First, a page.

- Dave Brat wishes Eric Cantor well, says he’s ready to take over on Nov. 5
- Ugandan court invalidates controversial anti-gay law
- Al Sharpton to NYC Mayor Bill de Blasio: ‘I’ll be your worst enemy’
- South Africa to prosecute after giraffe killed during truck transport
- GOP tsunami coming as even Dem-leaning voters bolt: poll
- London mayor flies Palestinian flag at town hall to support Gaza
- U.N. condemns Israel, U.S. for not sharing Iron Dome with Hamas
- Eric Cantor says he’ll resign on Aug. 18
- Ted Nugent slams ‘lying freaks’ at liberal media: I’m ‘doing God’s work’
- Joe Biden’s secret love: Skinny-dipping, Secret Service agents say
Both parties recognize the Democrats' scam
Topic - Kate Bannon
Former FBI special agent Paul Lindsay's first novel, 2010's "The Bricklayer," written under the pseudonym Noah Boyd, was an impressive debut. It was a tautly written, well-constructed novel that moved quickly and engagingly. Mr. Lindsay's hero, Steve Vail, was just about everything an action-adventure hero should be.
After FBI Special Agent Paul Lindsay published his first novel, "Witness to the Truth," in 1992, his bosses began to think of him as a renegade. And it didn't help his career when, the next year, he was quoted in Vanity Fair impugning the character of FBI Director William Sessions. Now retired and the author of six previous novels, Mr. Lindsay has written his latest thriller under the alias Noah Boyd.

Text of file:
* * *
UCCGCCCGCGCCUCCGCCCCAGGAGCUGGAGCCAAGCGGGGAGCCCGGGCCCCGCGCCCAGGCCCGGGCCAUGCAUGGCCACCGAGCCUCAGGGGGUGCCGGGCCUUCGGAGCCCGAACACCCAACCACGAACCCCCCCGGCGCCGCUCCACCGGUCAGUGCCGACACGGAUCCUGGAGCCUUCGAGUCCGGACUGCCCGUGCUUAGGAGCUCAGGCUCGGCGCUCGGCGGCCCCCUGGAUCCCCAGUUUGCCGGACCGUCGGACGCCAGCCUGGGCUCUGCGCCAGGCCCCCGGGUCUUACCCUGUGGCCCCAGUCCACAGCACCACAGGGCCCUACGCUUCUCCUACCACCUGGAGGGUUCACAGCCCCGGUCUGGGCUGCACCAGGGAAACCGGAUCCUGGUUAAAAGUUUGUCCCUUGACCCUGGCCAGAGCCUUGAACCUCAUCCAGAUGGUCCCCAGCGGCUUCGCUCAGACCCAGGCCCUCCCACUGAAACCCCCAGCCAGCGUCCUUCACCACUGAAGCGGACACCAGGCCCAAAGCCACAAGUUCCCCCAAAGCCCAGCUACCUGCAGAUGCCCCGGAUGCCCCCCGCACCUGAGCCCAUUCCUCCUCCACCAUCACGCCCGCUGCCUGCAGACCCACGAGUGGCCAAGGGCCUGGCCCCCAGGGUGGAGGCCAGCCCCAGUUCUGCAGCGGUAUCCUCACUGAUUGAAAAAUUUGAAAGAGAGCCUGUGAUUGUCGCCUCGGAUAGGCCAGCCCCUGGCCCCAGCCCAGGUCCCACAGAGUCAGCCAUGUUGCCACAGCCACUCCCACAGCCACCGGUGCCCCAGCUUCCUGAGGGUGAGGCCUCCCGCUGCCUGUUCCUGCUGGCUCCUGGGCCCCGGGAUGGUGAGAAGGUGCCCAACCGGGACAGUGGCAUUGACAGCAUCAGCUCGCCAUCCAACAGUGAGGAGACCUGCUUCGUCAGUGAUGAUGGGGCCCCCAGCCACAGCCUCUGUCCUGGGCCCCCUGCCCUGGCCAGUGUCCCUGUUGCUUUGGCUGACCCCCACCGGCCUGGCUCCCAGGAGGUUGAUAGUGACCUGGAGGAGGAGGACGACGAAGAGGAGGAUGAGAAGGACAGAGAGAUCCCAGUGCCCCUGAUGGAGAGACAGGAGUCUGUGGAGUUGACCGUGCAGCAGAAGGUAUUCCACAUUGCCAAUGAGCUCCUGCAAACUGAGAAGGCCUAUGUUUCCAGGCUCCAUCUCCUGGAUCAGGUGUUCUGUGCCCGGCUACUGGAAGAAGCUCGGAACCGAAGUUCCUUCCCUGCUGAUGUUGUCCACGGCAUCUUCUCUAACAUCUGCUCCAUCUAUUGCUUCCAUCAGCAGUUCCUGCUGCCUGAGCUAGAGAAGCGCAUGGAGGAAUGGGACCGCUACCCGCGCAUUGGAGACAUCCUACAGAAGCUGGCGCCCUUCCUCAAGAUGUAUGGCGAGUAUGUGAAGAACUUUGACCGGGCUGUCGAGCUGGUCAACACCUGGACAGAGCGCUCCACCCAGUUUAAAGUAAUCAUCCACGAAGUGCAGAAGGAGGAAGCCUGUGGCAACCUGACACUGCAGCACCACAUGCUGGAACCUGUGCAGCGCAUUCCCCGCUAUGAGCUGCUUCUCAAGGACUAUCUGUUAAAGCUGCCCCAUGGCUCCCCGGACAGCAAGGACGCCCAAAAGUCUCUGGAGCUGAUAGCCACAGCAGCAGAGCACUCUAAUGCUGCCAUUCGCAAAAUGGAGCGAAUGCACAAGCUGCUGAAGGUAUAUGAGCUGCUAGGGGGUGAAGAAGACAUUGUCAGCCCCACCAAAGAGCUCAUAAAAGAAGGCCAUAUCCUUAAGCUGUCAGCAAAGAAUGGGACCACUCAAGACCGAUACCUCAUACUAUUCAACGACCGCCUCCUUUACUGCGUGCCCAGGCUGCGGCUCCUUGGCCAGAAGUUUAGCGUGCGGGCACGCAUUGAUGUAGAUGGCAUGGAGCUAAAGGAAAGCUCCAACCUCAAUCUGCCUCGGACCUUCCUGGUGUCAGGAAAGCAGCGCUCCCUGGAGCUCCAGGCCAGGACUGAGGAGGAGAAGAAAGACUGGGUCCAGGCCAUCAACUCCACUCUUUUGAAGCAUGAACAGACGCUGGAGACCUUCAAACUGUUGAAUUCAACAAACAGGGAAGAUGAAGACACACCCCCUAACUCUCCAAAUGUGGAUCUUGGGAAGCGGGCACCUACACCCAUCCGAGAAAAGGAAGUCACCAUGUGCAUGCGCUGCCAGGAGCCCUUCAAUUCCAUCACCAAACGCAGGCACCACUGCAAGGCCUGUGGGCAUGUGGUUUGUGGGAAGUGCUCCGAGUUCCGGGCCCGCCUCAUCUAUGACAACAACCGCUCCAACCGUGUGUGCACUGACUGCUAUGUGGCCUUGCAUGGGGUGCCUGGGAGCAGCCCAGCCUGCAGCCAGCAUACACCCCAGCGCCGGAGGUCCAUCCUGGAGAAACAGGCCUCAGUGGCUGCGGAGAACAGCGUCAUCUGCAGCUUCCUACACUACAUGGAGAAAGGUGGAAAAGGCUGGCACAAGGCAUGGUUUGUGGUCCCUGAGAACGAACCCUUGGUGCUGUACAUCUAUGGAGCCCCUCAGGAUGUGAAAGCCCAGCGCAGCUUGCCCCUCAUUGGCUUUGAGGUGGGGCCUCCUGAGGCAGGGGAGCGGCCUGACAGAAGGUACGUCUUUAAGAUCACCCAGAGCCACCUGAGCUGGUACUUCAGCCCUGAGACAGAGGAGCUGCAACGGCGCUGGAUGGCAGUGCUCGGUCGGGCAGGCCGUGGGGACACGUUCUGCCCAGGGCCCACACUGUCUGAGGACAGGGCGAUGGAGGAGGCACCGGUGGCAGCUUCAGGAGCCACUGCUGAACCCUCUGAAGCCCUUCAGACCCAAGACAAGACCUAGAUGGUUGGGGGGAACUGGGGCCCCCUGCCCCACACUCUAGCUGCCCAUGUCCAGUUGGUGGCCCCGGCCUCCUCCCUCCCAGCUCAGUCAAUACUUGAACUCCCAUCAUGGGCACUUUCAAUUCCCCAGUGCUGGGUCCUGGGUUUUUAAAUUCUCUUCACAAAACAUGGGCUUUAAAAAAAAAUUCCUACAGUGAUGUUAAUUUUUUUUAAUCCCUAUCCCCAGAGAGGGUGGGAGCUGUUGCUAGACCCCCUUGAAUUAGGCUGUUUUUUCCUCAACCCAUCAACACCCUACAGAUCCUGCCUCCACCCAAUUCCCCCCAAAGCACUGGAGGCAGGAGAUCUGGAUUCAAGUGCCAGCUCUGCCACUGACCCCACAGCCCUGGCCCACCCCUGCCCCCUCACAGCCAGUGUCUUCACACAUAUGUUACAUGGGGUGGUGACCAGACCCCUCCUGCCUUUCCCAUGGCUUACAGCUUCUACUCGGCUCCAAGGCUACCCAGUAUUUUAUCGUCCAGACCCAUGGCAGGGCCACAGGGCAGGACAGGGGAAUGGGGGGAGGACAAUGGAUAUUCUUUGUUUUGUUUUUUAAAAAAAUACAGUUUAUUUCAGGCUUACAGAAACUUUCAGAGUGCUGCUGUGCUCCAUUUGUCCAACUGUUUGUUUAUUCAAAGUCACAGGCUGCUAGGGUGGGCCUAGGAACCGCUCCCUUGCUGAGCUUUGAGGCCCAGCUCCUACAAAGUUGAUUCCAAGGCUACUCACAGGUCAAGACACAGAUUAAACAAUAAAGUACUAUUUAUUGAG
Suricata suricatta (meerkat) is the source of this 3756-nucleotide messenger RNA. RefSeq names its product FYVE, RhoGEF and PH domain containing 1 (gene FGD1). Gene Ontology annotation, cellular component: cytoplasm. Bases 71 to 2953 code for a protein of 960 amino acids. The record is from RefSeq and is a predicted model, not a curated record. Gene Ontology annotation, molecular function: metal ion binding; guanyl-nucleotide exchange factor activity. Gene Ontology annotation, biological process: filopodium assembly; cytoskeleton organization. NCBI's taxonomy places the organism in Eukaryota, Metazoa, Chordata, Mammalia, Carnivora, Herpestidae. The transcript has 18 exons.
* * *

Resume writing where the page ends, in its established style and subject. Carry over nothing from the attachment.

The first third of the book contains occasional flashes of the lovely dialogue between Vail and Kate Bannon that filled Mr. Lindsay's first Noah Boyd novel: "How did you get into [that] file," Bannon demands to know.
Mr. Boyd's dialogue is taut, consistent and believable: "I can handle it," says DAD Kate Bannon.